Why Seniors Take Up Sports in Retirement Seniors

Senior Sports

Ahhhh… retirement! Finally, all day every day is open and ready to be filled with whatever makes you happy. For some seniors, it’s the first time in decades that they have enough time to take up a sport and actually get good at it. While sports aren’t for everyone, there are many reasons, including staying sharp and in shape and even to meet new people with similar interests. Here are more good reasons people turn to a sport when they retire.

Keep competing

Many seniors leave the corporate world at the top of their game after years of climbing the ladder. Along with the accomplishment comes a keen competitive drive that doesn’t just evaporate once they retire. To fill that void, some turn to competitive sports, often one they always wanted to try, but never did, or one they played in younger years. For example, cycling is a great, low impact sport for seniors and one that they can start slowly in and improve over time, until they get good enough to compete. And for those in northern areas, keeping competitive in the winter is as easy as getting a stationary bicycle. Get the inside story from one cycling competitor in the NBC News report, “Competitive Cyclist, 70, Encourages Seniors to Stay Active.”

All for one, and one for all

When seniors retire, they often lose connections with former co-workers and feel a little lost. It takes time and energy to develop new friendships in retirement, but one quick and fun way is to join a team sport like softball. Senior softball teams are in every state across the nation and provide seniors with the opportunity to play a sport, get exercise and be a part of a team. Senior softball even has a competitive side with state, regional and world championships, which means there may be travel included in the package! Other senior team sports include track and field, tennis, swimming, basketball, volleyball, and racquetball, to name a few. For an idea of the options check out the website of the National Senior Games Association.

Wellness and well-being

Every sport, no matter how low key, is a form of exercise, not just for the body but for the mind as well. Taking up a sport is a commitment to a better life and offers the chance to reap the rewards of wellness and well-being like being physically fit, maintaining muscle mass, getting more oxygen to the brain, using the mind to strategize, and just feeling good about leading an active life. No matter what sport one chooses, every senior has something great to gain to make them look and feel better. Find out more about the wellness connection in senior sports in the artofhealthyliving.com blog, “Sports and Seniors: The Health and Wellness Benefits.”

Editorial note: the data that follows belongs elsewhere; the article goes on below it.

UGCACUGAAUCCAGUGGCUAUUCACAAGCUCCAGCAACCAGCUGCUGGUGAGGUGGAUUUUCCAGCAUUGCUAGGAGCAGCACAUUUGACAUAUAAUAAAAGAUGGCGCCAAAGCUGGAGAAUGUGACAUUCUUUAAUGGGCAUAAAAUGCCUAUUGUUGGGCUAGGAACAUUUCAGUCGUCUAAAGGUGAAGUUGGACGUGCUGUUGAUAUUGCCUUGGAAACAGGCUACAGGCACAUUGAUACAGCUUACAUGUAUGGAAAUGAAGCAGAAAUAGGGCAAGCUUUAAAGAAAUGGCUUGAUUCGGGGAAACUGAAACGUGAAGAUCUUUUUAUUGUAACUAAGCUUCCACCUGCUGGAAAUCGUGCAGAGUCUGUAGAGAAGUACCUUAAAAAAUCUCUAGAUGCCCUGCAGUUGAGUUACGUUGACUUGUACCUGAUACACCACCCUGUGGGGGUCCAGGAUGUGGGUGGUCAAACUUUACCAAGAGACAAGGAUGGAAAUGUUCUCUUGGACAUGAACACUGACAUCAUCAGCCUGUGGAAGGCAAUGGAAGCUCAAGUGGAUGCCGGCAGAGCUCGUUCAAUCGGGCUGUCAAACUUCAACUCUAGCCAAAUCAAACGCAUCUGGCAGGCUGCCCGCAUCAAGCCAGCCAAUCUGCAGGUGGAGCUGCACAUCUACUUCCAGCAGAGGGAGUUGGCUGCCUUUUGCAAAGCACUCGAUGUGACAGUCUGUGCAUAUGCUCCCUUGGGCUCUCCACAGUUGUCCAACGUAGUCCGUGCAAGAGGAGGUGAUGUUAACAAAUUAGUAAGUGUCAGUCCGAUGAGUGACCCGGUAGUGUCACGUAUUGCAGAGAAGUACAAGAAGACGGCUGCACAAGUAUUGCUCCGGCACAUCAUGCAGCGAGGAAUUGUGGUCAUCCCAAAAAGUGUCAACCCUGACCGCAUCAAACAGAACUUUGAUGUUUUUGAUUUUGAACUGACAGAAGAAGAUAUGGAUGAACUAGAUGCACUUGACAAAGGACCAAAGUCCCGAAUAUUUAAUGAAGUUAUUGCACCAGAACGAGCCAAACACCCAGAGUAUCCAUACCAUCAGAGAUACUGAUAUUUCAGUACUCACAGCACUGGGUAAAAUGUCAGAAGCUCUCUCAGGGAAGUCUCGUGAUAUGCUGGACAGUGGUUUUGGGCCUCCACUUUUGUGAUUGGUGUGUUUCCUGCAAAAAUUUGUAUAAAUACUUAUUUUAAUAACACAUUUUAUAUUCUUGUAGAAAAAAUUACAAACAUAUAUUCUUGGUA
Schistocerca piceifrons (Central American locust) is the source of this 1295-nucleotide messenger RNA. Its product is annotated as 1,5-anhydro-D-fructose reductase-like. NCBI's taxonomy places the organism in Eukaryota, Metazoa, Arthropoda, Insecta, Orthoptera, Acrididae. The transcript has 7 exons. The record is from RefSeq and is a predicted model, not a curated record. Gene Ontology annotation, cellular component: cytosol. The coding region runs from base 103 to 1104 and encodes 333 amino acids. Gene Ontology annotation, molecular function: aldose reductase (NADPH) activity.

No gym required

Many seniors enjoy sports they can play right at home. Among the many choices are bocce ball, badminton, corn hole, and croquet, which can be played competitively, just for fun with other seniors, or with friends and family of all ages. All they require is a yard or open area and the equipment. Similarly, yoga, aerobics, walking, and running can be done just about anywhere that is safe and available. Of course, some sports also lend themselves to the group format such as in yoga studios or aerobics classes where seniors join with others to enjoy the workout indoors and out. 

Mobility builds mobility

It’s a fact: the more you move, the more you can move. For seniors who have not remained active, the loss of muscle mass can quickly become apparent in loss of strength. Since many seniors want to keep moving, maintain balance and feel invigorated as long as possible, sports are the natural option. Anyone who has ever had to go through physical therapy to walk again after knee surgery understands just how important exercise is to getting and staying on track. 

For example, the simple sport of walking can become unsafe for seniors with low muscle mass and a reduced sense of balance. But even frail seniors can benefit from walking exercises that help rebuild muscles and renew balance, thus protecting them from becoming totally immobile or taking a dangerous fall. Other benefits of walking include lowered blood pressure, decreased risk of heart disease and stroke, boosted energy levels, reduced anxiety, and more. For a look at how taking a walk can benefit seniors, check out the bethesdahealth.org article, “The Many Benefits of Walking for Seniors.”

As with all forms of exercise, seniors should always consult their physician before beginning any athletic endeavor to make sure they can enjoy it safely.

At North Chandler Place, our residents have plenty of opportunities to stay active and fit alone, with friends, and/or with assistance from our caring staff. Contact us today to find out more about the amenities and senior living options at North Chandler Place.